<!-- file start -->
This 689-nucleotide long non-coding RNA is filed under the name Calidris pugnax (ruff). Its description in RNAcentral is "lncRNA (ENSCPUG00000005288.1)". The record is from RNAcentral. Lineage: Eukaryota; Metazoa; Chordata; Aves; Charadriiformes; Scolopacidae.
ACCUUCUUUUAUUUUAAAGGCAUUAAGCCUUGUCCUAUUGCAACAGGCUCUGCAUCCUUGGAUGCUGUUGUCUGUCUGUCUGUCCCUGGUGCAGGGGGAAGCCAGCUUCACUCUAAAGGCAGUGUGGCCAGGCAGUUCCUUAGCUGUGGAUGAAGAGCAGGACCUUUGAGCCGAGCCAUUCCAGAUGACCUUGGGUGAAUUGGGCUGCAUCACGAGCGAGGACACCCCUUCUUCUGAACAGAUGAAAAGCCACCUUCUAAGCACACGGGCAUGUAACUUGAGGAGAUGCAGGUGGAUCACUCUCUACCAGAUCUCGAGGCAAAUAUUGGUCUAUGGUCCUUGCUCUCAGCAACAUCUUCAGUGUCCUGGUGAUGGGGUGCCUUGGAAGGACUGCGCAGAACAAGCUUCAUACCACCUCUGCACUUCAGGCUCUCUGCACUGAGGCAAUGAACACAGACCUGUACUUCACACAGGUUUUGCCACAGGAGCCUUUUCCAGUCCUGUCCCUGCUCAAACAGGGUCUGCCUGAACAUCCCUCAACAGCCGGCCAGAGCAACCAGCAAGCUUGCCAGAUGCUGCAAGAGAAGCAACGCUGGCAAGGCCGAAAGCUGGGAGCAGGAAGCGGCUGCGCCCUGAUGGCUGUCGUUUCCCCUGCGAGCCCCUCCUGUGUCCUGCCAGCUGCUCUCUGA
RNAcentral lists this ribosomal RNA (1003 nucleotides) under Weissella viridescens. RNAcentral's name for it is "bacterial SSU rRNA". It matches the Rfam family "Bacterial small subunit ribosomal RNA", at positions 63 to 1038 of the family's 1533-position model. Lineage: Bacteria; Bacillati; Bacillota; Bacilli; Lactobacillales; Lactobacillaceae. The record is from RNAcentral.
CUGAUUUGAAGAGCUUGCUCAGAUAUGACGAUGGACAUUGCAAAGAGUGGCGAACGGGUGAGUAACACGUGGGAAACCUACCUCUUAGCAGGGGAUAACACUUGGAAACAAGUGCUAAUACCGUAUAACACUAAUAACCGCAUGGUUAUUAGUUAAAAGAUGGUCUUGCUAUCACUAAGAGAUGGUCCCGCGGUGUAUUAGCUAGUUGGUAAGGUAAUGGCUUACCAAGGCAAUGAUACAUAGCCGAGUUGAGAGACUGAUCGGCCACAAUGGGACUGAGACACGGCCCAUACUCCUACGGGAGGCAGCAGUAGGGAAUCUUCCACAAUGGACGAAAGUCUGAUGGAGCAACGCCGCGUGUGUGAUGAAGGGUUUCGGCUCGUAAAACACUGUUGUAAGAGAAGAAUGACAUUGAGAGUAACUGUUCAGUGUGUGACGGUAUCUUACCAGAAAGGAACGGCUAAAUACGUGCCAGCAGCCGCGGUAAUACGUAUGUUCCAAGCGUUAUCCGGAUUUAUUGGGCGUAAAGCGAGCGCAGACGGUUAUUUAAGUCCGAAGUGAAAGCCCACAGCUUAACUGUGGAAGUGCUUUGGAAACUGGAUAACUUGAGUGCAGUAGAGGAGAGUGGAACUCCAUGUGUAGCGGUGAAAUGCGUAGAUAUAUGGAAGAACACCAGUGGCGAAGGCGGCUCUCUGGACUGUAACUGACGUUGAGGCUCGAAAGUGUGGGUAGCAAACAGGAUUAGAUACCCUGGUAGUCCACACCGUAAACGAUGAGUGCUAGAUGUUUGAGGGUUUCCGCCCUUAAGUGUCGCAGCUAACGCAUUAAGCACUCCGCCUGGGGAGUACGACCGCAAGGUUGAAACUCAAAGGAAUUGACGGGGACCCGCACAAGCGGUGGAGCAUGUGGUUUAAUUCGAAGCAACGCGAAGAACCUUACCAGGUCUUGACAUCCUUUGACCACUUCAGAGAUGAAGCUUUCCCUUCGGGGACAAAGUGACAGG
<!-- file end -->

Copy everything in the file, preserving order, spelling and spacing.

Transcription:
This 689-nucleotide long non-coding RNA is filed under the name Calidris pugnax (ruff). Its description in RNAcentral is "lncRNA (ENSCPUG00000005288.1)". The record is from RNAcentral. Lineage: Eukaryota; Metazoa; Chordata; Aves; Charadriiformes; Scolopacidae.
ACCUUCUUUUAUUUUAAAGGCAUUAAGCCUUGUCCUAUUGCAACAGGCUCUGCAUCCUUGGAUGCUGUUGUCUGUCUGUCUGUCCCUGGUGCAGGGGGAAGCCAGCUUCACUCUAAAGGCAGUGUGGCCAGGCAGUUCCUUAGCUGUGGAUGAAGAGCAGGACCUUUGAGCCGAGCCAUUCCAGAUGACCUUGGGUGAAUUGGGCUGCAUCACGAGCGAGGACACCCCUUCUUCUGAACAGAUGAAAAGCCACCUUCUAAGCACACGGGCAUGUAACUUGAGGAGAUGCAGGUGGAUCACUCUCUACCAGAUCUCGAGGCAAAUAUUGGUCUAUGGUCCUUGCUCUCAGCAACAUCUUCAGUGUCCUGGUGAUGGGGUGCCUUGGAAGGACUGCGCAGAACAAGCUUCAUACCACCUCUGCACUUCAGGCUCUCUGCACUGAGGCAAUGAACACAGACCUGUACUUCACACAGGUUUUGCCACAGGAGCCUUUUCCAGUCCUGUCCCUGCUCAAACAGGGUCUGCCUGAACAUCCCUCAACAGCCGGCCAGAGCAACCAGCAAGCUUGCCAGAUGCUGCAAGAGAAGCAACGCUGGCAAGGCCGAAAGCUGGGAGCAGGAAGCGGCUGCGCCCUGAUGGCUGUCGUUUCCCCUGCGAGCCCCUCCUGUGUCCUGCCAGCUGCUCUCUGA
RNAcentral lists this ribosomal RNA (1003 nucleotides) under Weissella viridescens. RNAcentral's name for it is "bacterial SSU rRNA". It matches the Rfam family "Bacterial small subunit ribosomal RNA", at positions 63 to 1038 of the family's 1533-position model. Lineage: Bacteria; Bacillati; Bacillota; Bacilli; Lactobacillales; Lactobacillaceae. The record is from RNAcentral.
CUGAUUUGAAGAGCUUGCUCAGAUAUGACGAUGGACAUUGCAAAGAGUGGCGAACGGGUGAGUAACACGUGGGAAACCUACCUCUUAGCAGGGGAUAACACUUGGAAACAAGUGCUAAUACCGUAUAACACUAAUAACCGCAUGGUUAUUAGUUAAAAGAUGGUCUUGCUAUCACUAAGAGAUGGUCCCGCGGUGUAUUAGCUAGUUGGUAAGGUAAUGGCUUACCAAGGCAAUGAUACAUAGCCGAGUUGAGAGACUGAUCGGCCACAAUGGGACUGAGACACGGCCCAUACUCCUACGGGAGGCAGCAGUAGGGAAUCUUCCACAAUGGACGAAAGUCUGAUGGAGCAACGCCGCGUGUGUGAUGAAGGGUUUCGGCUCGUAAAACACUGUUGUAAGAGAAGAAUGACAUUGAGAGUAACUGUUCAGUGUGUGACGGUAUCUUACCAGAAAGGAACGGCUAAAUACGUGCCAGCAGCCGCGGUAAUACGUAUGUUCCAAGCGUUAUCCGGAUUUAUUGGGCGUAAAGCGAGCGCAGACGGUUAUUUAAGUCCGAAGUGAAAGCCCACAGCUUAACUGUGGAAGUGCUUUGGAAACUGGAUAACUUGAGUGCAGUAGAGGAGAGUGGAACUCCAUGUGUAGCGGUGAAAUGCGUAGAUAUAUGGAAGAACACCAGUGGCGAAGGCGGCUCUCUGGACUGUAACUGACGUUGAGGCUCGAAAGUGUGGGUAGCAAACAGGAUUAGAUACCCUGGUAGUCCACACCGUAAACGAUGAGUGCUAGAUGUUUGAGGGUUUCCGCCCUUAAGUGUCGCAGCUAACGCAUUAAGCACUCCGCCUGGGGAGUACGACCGCAAGGUUGAAACUCAAAGGAAUUGACGGGGACCCGCACAAGCGGUGGAGCAUGUGGUUUAAUUCGAAGCAACGCGAAGAACCUUACCAGGUCUUGACAUCCUUUGACCACUUCAGAGAUGAAGCUUUCCCUUCGGGGACAAAGUGACAGG